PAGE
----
The Huguenots were French or Flemish Protestants who fled the religious persecution of Louis XIV. many seek asylum in England. Some of the Huguenots were given asylum by the Earl of Bedford and settled in the Fens around Whittlesey, Eye and Thorney from the 1650's. Some of the Huguenots who had settled first at Sandtoft in the Isle of Axeholme in northern Lincolnshire, also relocated to the Fens from the 1680's. In 1652 the Huguenots started holding a French congregation at Thorney. Large numbers of them rallied to the call of Cornelius Vermudian after the first Civil War in the drainage of the Fens.


662: Thorney Abbey is founded, later sacked by the Danes and refounded in 870.

1204: Lynn was granted a charter from King John (1167-1216) of England.

1216: According to legend, on the 13th of October in 1216, King John (1167-1216) lost his royal treasure in the sands close to the Well Stream. This treasure was in a caravan which was attempting to cross the sands between Cross Keys in Norfolk and Sutton Cross in Lincolnshire.

1537: Lynn was renamed King's Lynn (Lynn Regis) by a charter of Henry VIII.

1584: John Freckenham died in Wisbech Castle where he was imprisoned. Born in Worcestershire, he became the last Abbot of Westmister, was friends with Elizabeth I, and served time in the Tower of London for "railing agaist changes."

1630: It was from this time that Cornelius Vermuyden (1595-1683) was contracted by the Earl of Bedford to drain the Great Fen or Bedford Level in Cambridgeshire creating the Old Bedford river and Forty Foot drain.

1642: The dykes build by Cornelius Vermuyden were broken by order of Parliament during the civil war.

1649: Cornelius Vermuyden (1595-1683) was commisioned to recalim the Bedford Level Cambridgeshire, he created the New Bedford river.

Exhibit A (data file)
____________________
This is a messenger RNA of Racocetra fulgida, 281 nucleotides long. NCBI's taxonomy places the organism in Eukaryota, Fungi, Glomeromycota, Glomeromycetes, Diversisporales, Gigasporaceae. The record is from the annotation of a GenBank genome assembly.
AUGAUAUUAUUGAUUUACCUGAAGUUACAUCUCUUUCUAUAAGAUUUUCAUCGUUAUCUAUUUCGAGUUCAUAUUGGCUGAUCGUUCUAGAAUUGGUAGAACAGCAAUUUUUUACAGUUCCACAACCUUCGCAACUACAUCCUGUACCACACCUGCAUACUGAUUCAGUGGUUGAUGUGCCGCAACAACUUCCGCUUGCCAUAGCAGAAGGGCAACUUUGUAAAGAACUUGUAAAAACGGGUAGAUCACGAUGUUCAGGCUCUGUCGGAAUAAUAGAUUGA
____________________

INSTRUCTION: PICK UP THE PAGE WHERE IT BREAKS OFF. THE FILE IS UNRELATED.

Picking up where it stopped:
c. 1652: French Huguenot ministry begin at Thorney Abbey.

c. 1722: Peckover House was built on the North Brink. It was and still is the finest house in Wisbech.

1760: Thomas Clarkson was born on this day at Wisbech, and educated at Cambridge, he would go on to be a leading abolitionist in the fight to end slavery.

1832: The present Denver sluice was laid to drain 800,000 acres of flooded farmland. The first sluice was built at Denver in 1652.

1816: Littleport experience an agrarian outbreak, known as the Littleport riots. This was due the Enclosure Acts which had a great effect on the pesantry..

1838: Octavia Hill Hill, Octavia (1838-1912)

1850: Robert Stephenson built the first bridge over the River Nene at Sutton Bridge. This bridge was replaced several decades later by a swing bridge, which is still standing.

1862: Large tides cause a sluice at Wiggenhall St. Germans to fail causing flooding in the Middle Level.

1873: North Cambridgeshire Hospital at Wisbech opens.


  • Highways and Byways in Cambridge and Ely - By the Rev. Edward Conybeare, Illustrated by Frederick L. Griggs, Published by Macmillan and Co. Ltd., London, 1923. (originally published 1910)
     
  • The Encyclopeadia Britannica - Published by Adam and Charles Black, Edinburgh, 1875. (Ninth Edition) and 1887 (Tenth Edition)
     
  • The Oxford Illustrated History of Britain - Edited by Kenneth O. Morgan, Published by Oxford University Press, 1984.
     
  • Illustrated History of England - By G. M. Trevelyan, Published by Longmanns, Green and Co., 1956. (originally published 1926)

 

This page was last updated - Sunday, 24 September 2006